Enhanced recovery after cardiac surgery (ERACS) has been gaining rapid popularity
after multiple studies have shown promising results of enhanced recovery after surgery
(ERAS) in other surgical fields e.g colorectal, orthopedic, thoracic etc. Cardiac
surgery has several unique challenges including sternotomy, cardiopulmonary bypass
(CPB) and associated coagulopathy, blood transfusion and postoperative intensive care
requirement. Nonetheless, selective cardiac surgical patients still can benefit from
ERACS. Guidelines for perioperative care in cardiac surgery, previously published
by the Enhanced Recovery After Surgery Society, are heavily weighted in the pre- and
post-operative management without much focus on the intraoperative care provided by
anesthesiologists. To address this gap, and to explore anesthesiology's contribution
to achieve ERACS, our cardiac anesthesiology division in collaboration with cardiac
surgery introduced ERACS protocol in our institution in February 2020.
Cardiac anesthesiology division in collaboration with cardiac surgery introduced ERACS
protocol consisting of multimodal opioid sparing analgesia including introduction
of regional blocks, hemostasis management protocol, reversal of neuromuscular blockade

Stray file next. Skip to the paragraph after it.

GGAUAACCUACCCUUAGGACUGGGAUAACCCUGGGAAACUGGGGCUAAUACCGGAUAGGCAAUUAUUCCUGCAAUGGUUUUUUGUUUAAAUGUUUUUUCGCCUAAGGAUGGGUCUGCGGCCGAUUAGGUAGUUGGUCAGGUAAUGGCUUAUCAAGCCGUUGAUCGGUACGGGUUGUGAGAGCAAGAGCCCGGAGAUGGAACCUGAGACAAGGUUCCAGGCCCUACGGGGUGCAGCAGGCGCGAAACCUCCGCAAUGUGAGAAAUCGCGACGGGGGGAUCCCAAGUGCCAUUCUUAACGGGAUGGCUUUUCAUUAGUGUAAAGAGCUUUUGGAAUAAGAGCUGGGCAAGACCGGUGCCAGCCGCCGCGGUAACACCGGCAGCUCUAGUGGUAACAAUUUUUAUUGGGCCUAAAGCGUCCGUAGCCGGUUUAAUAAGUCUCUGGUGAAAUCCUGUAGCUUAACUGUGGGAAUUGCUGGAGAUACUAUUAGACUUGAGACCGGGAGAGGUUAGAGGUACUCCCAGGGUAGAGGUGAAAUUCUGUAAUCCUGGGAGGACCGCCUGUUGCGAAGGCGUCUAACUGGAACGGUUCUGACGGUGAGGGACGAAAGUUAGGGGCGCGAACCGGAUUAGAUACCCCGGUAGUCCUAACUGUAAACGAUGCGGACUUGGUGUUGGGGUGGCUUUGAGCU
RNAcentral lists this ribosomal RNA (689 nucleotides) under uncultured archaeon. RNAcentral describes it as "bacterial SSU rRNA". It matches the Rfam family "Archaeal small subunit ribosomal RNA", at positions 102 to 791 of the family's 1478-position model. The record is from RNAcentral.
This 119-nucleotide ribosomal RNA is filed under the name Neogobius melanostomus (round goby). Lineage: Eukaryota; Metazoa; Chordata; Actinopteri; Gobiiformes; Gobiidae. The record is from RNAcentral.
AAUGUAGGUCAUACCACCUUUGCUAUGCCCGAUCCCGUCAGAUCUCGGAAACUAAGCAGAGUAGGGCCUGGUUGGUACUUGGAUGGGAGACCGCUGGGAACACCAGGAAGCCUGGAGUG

and administration of antiemetics in our institution in February 2020. We have conducted
a retrospective chart review study comparing patients that have received ERACS measures
with a similar historical cohort that underwent cardiac surgery prior to initiation
of ERACS protocol. Primary outcomes of the study were to determine patients’ time
to extubation, postoperative opioid consumption, ICU length of stay and incidence
of postoperative complications e.g. postoperative nausea vomiting (PONV), bleeding,
ICU readmission, delirium.
ERACS patients showed reduced opioid consumption (intraoperative fentanyl; postoperative
fentanyl as well as oxycodone in first 6 hrs postoperatively), lesser mechanical ventilation
(2.5 hrs less), shorter intensive care unit (ICU) (5 hrs less) and shorter hospital
length of stay (LOS) (1 day), lesser incidence of PONV; None of the ERACS patients
required blood transfusion. We performed an anonymous survey among the anesthesiologists
and ICU providers to assess providers’ satisfaction which showed 92% survey takers
agreed that ERACS protocol should be continued for future cardiac patients and 61%
of survey takers reported superior pain control in ERACS group of patients while managing
those patients. (Supplementary Fig 2)
ERACS is achievable after careful implementation of series of measures. It is not
only fast track extubation and opioid sparing analgesia and must be implemented in
entire perioperative period beginning from preoperative clinic to postoperative rehabilitation.
Both providers as well as patients themselves are key stake holders. More randomized
prospective studies are needed to solidify the inference.
Patients that were identified by cardiac anesthesiologists and cardiac surgeons as
suitable candidate for ERACS were managed according to the ERACS protocol.